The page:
Victim Of Domestic Abuse Sues GPS Company For Helping Her Assailant

from the it's-the-tool dept

Michael Scott points us to the news of a new lawsuit that hopefully doesn't get very far, but which does highlight the frequency with which third parties are sued these days, not because they have any actual liability, but because they have money. In this case, a woman is suing a GPS vehicle tracking service, Foxtrax Vehicle Tracking, because her domestic partner used the service to figure out where she was and to attack her. It sounds as though the guy put the tracking device on the woman's car in order to stalk her. It's difficult to think that anyone could find the company liable here for the actions of the guy. I'm sure it's upsetting that the guy was able to track her, and she has every right to press all sorts of charges against the guy. But the GPS tracking company was merely the technology provider.

However, this is yet another example of what I've called "Steve Dallas lawsuits," after a Bloom County cartoon strip, I remembered from decades ago, where the character Steve Dallas (a lawyer, who gets beaten up by Sean Penn when he tried to take his photograph -- some things never change), explains why after going through all the options on who to sue, he chooses to sue the camera manufacturer, the made-up Nikolta, because it's "a major corporation with gobs of liquid cash...."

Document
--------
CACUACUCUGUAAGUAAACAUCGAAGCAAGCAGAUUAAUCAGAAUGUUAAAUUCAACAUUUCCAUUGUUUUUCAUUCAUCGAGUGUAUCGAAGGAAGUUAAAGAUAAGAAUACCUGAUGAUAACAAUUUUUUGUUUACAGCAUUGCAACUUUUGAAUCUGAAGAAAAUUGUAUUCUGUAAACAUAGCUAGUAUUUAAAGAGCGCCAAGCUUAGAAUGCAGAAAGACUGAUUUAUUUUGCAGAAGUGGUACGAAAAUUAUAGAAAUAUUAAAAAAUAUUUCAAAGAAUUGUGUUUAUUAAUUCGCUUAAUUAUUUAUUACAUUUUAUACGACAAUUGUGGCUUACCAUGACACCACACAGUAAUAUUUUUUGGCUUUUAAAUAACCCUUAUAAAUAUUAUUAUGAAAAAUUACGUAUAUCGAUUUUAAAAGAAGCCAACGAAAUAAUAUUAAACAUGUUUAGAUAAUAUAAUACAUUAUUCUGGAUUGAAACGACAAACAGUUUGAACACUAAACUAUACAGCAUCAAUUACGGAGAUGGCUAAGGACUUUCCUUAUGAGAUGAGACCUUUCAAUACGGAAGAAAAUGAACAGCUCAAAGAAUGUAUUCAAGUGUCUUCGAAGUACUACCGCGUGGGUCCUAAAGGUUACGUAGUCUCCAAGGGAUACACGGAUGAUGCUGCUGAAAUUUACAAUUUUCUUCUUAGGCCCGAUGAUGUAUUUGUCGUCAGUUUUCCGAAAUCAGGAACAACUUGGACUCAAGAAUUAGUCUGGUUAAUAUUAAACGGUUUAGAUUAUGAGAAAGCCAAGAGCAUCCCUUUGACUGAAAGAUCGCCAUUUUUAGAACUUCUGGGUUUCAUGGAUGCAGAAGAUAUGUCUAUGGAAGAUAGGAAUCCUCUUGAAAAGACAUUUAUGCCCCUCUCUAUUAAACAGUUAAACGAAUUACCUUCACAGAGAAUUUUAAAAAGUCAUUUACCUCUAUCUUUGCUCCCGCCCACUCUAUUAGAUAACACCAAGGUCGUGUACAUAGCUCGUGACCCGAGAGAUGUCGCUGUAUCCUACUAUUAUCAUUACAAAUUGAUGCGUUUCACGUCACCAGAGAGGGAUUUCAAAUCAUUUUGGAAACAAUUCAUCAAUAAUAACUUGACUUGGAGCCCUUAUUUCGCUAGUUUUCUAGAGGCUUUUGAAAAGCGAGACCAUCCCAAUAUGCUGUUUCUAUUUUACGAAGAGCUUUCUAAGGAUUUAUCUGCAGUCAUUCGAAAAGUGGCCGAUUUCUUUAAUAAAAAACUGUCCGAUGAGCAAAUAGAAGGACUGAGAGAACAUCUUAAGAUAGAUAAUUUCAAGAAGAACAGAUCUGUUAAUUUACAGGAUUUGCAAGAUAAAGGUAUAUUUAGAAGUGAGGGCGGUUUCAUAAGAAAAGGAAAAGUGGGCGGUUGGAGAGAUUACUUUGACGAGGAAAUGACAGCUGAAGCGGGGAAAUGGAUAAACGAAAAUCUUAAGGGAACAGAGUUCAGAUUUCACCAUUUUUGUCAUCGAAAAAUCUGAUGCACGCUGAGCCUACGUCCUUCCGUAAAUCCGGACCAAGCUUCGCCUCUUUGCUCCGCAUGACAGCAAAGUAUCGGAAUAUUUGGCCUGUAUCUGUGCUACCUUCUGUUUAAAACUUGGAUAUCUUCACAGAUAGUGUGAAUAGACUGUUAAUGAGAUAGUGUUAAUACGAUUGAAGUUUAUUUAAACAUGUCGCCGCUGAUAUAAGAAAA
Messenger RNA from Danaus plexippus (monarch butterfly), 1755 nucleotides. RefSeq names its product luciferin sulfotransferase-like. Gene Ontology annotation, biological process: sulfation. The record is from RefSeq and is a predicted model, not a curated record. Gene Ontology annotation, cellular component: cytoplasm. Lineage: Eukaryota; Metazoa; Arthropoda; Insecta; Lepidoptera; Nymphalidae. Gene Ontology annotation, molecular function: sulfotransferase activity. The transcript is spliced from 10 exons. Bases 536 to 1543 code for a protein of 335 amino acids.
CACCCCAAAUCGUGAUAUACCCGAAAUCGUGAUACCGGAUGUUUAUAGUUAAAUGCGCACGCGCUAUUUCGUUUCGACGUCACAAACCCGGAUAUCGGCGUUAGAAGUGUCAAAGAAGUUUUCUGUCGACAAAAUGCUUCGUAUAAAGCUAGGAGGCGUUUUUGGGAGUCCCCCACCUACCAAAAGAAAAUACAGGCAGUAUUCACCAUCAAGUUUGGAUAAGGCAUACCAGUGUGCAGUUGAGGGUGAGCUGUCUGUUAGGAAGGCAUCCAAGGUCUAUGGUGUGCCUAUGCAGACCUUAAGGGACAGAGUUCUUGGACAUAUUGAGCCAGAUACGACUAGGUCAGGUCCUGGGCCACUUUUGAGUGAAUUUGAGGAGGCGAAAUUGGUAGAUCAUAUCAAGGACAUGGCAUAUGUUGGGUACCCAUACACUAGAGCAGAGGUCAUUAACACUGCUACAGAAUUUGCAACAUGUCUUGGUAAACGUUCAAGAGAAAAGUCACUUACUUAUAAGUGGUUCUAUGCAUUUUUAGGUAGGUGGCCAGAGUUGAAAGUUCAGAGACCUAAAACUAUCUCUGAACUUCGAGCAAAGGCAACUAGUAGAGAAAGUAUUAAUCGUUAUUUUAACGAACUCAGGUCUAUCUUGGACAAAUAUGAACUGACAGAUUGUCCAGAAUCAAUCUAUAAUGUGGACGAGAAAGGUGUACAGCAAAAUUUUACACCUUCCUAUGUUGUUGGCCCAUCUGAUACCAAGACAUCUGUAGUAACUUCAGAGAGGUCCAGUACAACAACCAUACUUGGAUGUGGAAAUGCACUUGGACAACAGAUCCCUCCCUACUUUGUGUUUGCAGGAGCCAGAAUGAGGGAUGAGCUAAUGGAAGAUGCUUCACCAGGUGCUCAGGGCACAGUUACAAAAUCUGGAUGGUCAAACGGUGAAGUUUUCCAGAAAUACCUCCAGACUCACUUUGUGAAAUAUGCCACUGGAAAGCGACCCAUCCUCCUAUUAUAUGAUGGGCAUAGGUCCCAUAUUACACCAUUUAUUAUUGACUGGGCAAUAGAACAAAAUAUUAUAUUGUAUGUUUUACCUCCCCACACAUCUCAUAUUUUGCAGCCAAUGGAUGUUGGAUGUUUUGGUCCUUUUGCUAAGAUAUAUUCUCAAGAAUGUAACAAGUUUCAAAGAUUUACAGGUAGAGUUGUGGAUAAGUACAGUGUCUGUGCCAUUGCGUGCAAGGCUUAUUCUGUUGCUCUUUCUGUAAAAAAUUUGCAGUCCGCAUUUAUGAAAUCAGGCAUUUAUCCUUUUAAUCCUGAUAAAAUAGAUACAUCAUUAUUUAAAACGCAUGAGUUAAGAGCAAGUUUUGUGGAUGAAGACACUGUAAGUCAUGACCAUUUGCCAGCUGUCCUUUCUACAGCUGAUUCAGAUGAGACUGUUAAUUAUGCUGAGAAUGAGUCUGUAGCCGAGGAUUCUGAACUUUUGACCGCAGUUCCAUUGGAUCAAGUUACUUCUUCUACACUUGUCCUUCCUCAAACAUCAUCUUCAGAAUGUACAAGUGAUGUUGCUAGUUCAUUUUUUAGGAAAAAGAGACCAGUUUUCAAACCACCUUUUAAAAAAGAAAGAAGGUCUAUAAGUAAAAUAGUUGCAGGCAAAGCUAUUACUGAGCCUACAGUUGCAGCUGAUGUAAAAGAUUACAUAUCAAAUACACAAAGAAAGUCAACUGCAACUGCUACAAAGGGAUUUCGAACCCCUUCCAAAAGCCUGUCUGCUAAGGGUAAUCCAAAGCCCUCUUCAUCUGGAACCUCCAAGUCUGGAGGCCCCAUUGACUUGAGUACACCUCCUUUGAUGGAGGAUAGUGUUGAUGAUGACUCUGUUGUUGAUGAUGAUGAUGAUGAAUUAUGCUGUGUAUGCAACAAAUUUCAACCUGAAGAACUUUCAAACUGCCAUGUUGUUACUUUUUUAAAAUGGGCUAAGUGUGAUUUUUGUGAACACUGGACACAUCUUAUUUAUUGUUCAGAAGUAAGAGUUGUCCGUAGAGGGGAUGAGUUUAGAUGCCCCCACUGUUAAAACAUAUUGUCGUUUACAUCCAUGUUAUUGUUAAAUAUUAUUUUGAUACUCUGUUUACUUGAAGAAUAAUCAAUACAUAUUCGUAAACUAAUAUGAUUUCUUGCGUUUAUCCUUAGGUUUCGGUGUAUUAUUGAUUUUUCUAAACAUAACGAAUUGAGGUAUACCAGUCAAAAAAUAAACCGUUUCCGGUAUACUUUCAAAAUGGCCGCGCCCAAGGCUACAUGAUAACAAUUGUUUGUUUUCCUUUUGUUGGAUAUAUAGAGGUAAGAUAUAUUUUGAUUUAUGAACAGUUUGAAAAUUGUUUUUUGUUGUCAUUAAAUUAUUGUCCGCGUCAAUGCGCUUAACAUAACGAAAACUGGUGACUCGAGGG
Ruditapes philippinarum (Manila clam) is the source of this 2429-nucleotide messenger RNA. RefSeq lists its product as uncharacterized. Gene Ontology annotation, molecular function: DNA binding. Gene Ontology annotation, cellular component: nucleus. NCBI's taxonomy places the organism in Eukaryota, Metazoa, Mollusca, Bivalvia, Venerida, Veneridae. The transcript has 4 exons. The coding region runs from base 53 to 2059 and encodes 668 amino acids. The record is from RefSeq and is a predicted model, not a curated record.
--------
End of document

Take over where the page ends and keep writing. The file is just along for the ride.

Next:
Filed Under: domestic abuse, gps, liability, third party liability
Companies: foxtrax vehicle tracking

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  1. icon
    Joe Perry (profile), 3 May 2010 @ 6:20pm

    Re: Re: Re: Re: Re: Re: Re: Re: Re: Re: If you want to make something criminal...

    If there is no society to state rape is wrong and enforce the idea, then there is no right. I can't go as far as to find societies where rape is outright legal (although I bet there are some), but in many middle eastern countries it is so hard for a woman to prove rape (in Pakistan they need four reliable male witnesses, they have to be male) that it is basically legal.
    A better example I could come up with is that in some countries women are eligible to have sex very early in life, as early as when they have puberty. If a man had sex with a 14 year old in America it goes against some basic human rights not to be taken advantage of, because the 14 year old girl couldn't make an informed decision. In those countries, however, her rights would not be considered violated. Some people might hear about it and think it's morally wrong, but it's not in any way going against her rights.
    So yes, rights are entirely decided by a society, based on what the majority of people agree is wrong and how they enforce infringements. Your personal morals do not dictate the rights of you or those around you. Some people think drinking is morally wrong, other people still have the right to drink. There is no birthright that decides what is legally right and wrong universally that applies to everyone just because some government says that there is and you have no moral right not to be raped because people are going to have different morals than you. Maybe it's sick, but it's true.

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